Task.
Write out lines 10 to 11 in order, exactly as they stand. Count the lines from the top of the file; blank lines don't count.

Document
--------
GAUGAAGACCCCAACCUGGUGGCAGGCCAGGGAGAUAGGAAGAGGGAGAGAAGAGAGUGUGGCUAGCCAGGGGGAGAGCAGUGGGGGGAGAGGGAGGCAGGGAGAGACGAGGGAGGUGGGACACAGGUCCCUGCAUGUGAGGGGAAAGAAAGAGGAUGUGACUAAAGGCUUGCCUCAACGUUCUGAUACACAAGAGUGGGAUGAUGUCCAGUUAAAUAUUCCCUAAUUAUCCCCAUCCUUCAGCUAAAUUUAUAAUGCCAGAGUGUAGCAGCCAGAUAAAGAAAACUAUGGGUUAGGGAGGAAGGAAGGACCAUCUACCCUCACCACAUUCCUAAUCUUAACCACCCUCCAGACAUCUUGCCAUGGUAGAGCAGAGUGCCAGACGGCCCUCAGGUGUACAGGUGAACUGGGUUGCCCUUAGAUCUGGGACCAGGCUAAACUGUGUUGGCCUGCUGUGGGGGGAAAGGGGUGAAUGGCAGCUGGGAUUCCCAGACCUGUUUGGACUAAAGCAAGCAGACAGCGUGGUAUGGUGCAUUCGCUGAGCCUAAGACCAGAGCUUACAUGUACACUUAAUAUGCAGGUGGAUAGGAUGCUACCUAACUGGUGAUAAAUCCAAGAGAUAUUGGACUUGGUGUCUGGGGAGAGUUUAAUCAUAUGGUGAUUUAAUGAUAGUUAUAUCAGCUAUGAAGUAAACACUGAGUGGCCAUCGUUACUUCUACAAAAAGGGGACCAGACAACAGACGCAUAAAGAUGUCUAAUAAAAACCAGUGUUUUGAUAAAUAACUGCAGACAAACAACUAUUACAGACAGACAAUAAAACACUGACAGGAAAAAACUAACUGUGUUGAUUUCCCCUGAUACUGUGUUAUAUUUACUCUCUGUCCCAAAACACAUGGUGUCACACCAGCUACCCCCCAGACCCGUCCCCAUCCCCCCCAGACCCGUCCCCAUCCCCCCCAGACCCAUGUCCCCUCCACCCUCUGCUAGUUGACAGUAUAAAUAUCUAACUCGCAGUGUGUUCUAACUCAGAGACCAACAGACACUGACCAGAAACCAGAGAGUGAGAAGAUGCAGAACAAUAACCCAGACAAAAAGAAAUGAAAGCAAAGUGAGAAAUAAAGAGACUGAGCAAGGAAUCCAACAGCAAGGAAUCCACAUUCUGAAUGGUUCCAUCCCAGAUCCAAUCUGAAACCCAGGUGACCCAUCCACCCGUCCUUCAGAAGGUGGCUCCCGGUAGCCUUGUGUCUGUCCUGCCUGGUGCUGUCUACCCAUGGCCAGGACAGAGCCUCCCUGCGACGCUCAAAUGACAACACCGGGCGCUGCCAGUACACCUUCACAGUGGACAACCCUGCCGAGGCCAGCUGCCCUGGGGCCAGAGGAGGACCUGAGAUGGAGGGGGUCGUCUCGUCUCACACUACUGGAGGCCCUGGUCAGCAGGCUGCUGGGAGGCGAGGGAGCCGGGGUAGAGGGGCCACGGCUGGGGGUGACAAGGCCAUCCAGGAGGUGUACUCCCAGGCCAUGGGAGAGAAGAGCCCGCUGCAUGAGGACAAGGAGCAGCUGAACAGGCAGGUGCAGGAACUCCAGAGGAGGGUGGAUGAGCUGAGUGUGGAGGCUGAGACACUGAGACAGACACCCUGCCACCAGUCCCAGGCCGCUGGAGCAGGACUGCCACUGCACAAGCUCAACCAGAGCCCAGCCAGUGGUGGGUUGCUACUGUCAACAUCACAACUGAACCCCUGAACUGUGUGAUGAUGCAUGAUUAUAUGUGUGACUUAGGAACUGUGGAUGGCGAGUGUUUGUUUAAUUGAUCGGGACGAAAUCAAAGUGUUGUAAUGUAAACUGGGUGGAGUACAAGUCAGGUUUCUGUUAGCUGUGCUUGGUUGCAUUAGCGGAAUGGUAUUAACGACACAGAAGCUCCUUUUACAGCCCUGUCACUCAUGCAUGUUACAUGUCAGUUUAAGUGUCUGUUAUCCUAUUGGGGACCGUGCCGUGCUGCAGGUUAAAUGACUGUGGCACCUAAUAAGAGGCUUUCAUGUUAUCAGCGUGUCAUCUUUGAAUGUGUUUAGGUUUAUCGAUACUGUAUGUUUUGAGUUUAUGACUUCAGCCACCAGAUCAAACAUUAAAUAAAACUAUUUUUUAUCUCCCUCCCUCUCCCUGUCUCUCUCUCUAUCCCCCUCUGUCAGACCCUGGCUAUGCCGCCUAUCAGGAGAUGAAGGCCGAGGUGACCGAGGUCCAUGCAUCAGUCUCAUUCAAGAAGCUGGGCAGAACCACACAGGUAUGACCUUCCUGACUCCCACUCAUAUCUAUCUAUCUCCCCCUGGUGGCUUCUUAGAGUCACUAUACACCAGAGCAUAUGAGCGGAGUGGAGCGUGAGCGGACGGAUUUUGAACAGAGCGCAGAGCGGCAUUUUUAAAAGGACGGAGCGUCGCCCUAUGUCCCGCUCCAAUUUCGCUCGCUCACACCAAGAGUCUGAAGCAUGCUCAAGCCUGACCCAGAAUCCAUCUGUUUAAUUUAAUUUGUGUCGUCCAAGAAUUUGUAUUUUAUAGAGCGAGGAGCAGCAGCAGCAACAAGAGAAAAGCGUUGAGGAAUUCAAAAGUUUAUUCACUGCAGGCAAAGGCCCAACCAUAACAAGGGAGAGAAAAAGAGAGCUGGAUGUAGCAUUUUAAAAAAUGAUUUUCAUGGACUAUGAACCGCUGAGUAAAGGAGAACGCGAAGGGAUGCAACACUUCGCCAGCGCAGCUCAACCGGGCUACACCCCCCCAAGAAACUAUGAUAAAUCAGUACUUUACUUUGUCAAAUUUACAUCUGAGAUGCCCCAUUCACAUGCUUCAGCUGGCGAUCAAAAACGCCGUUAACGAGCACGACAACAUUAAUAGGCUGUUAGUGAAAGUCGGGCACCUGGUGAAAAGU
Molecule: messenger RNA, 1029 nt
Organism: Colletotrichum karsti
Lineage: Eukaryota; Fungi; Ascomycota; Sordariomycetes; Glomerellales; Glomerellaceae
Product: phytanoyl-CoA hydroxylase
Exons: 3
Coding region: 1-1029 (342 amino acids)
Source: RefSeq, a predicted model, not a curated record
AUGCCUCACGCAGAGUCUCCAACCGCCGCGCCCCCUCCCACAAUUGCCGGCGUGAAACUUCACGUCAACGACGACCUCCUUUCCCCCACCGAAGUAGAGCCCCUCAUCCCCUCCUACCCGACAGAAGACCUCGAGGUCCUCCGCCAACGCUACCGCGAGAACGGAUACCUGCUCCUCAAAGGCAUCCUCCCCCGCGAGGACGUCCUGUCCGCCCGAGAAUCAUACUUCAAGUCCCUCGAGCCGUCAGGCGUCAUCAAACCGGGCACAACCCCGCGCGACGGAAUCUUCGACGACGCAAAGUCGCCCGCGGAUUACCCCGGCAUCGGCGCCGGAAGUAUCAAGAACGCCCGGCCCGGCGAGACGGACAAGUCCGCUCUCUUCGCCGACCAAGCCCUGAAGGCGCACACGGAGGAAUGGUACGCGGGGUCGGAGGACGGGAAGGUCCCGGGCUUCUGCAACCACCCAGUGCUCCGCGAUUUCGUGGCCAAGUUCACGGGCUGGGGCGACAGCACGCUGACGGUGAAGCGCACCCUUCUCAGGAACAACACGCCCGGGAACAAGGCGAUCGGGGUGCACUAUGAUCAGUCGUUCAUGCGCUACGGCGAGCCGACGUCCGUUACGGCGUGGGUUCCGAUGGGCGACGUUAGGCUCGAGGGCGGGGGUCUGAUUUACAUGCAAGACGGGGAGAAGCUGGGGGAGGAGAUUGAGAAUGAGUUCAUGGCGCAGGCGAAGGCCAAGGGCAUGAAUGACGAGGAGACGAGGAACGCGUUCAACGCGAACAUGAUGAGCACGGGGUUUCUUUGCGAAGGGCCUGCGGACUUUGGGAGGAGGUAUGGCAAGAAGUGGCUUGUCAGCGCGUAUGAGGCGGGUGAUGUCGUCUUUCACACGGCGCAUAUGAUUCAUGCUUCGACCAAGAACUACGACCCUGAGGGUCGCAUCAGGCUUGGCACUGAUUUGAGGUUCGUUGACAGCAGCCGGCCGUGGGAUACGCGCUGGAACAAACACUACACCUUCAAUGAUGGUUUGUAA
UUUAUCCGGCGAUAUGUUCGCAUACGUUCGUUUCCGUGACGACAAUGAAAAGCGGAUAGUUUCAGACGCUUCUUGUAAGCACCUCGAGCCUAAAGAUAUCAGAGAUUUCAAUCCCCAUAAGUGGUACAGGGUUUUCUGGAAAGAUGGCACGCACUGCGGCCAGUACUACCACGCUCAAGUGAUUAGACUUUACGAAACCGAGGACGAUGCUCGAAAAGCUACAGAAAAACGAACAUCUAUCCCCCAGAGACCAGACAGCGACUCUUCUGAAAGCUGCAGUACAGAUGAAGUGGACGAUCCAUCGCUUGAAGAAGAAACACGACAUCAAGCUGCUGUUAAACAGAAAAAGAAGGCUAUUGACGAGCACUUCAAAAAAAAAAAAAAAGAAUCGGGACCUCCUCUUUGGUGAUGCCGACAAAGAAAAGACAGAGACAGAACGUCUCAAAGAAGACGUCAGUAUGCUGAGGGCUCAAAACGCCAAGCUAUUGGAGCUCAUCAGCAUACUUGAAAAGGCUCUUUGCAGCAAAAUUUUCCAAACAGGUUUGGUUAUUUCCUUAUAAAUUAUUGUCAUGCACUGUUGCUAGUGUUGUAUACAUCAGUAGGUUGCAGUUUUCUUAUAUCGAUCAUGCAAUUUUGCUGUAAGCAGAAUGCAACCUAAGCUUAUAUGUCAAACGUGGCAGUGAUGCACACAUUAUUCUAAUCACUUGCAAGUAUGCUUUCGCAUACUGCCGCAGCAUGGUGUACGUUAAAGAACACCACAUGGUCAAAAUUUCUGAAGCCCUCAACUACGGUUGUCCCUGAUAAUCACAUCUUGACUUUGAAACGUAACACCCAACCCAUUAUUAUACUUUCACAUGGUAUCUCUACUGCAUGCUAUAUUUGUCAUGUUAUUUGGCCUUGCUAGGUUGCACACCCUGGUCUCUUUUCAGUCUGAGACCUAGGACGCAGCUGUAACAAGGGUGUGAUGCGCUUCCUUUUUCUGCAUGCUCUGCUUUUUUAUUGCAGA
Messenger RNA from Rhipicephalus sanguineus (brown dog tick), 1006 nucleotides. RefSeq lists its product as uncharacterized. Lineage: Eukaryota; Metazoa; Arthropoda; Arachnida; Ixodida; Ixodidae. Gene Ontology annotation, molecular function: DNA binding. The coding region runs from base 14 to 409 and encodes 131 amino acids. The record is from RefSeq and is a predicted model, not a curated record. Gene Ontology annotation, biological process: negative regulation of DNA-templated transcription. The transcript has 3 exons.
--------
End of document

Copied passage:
UUUAUCCGGCGAUAUGUUCGCAUACGUUCGUUUCCGUGACGACAAUGAAAAGCGGAUAGUUUCAGACGCUUCUUGUAAGCACCUCGAGCCUAAAGAUAUCAGAGAUUUCAAUCCCCAUAAGUGGUACAGGGUUUUCUGGAAAGAUGGCACGCACUGCGGCCAGUACUACCACGCUCAAGUGAUUAGACUUUACGAAACCGAGGACGAUGCUCGAAAAGCUACAGAAAAACGAACAUCUAUCCCCCAGAGACCAGACAGCGACUCUUCUGAAAGCUGCAGUACAGAUGAAGUGGACGAUCCAUCGCUUGAAGAAGAAACACGACAUCAAGCUGCUGUUAAACAGAAAAAGAAGGCUAUUGACGAGCACUUCAAAAAAAAAAAAAAAGAAUCGGGACCUCCUCUUUGGUGAUGCCGACAAAGAAAAGACAGAGACAGAACGUCUCAAAGAAGACGUCAGUAUGCUGAGGGCUCAAAACGCCAAGCUAUUGGAGCUCAUCAGCAUACUUGAAAAGGCUCUUUGCAGCAAAAUUUUCCAAACAGGUUUGGUUAUUUCCUUAUAAAUUAUUGUCAUGCACUGUUGCUAGUGUUGUAUACAUCAGUAGGUUGCAGUUUUCUUAUAUCGAUCAUGCAAUUUUGCUGUAAGCAGAAUGCAACCUAAGCUUAUAUGUCAAACGUGGCAGUGAUGCACACAUUAUUCUAAUCACUUGCAAGUAUGCUUUCGCAUACUGCCGCAGCAUGGUGUACGUUAAAGAACACCACAUGGUCAAAAUUUCUGAAGCCCUCAACUACGGUUGUCCCUGAUAAUCACAUCUUGACUUUGAAACGUAACACCCAACCCAUUAUUAUACUUUCACAUGGUAUCUCUACUGCAUGCUAUAUUUGUCAUGUUAUUUGGCCUUGCUAGGUUGCACACCCUGGUCUCUUUUCAGUCUGAGACCUAGGACGCAGCUGUAACAAGGGUGUGAUGCGCUUCCUUUUUCUGCAUGCUCUGCUUUUUUAUUGCAGA
Messenger RNA from Rhipicephalus sanguineus (brown dog tick), 1006 nucleotides. RefSeq lists its product as uncharacterized. Lineage: Eukaryota; Metazoa; Arthropoda; Arachnida; Ixodida; Ixodidae. Gene Ontology annotation, molecular function: DNA binding. The coding region runs from base 14 to 409 and encodes 131 amino acids. The record is from RefSeq and is a predicted model, not a curated record. Gene Ontology annotation, biological process: negative regulation of DNA-templated transcription. The transcript has 3 exons.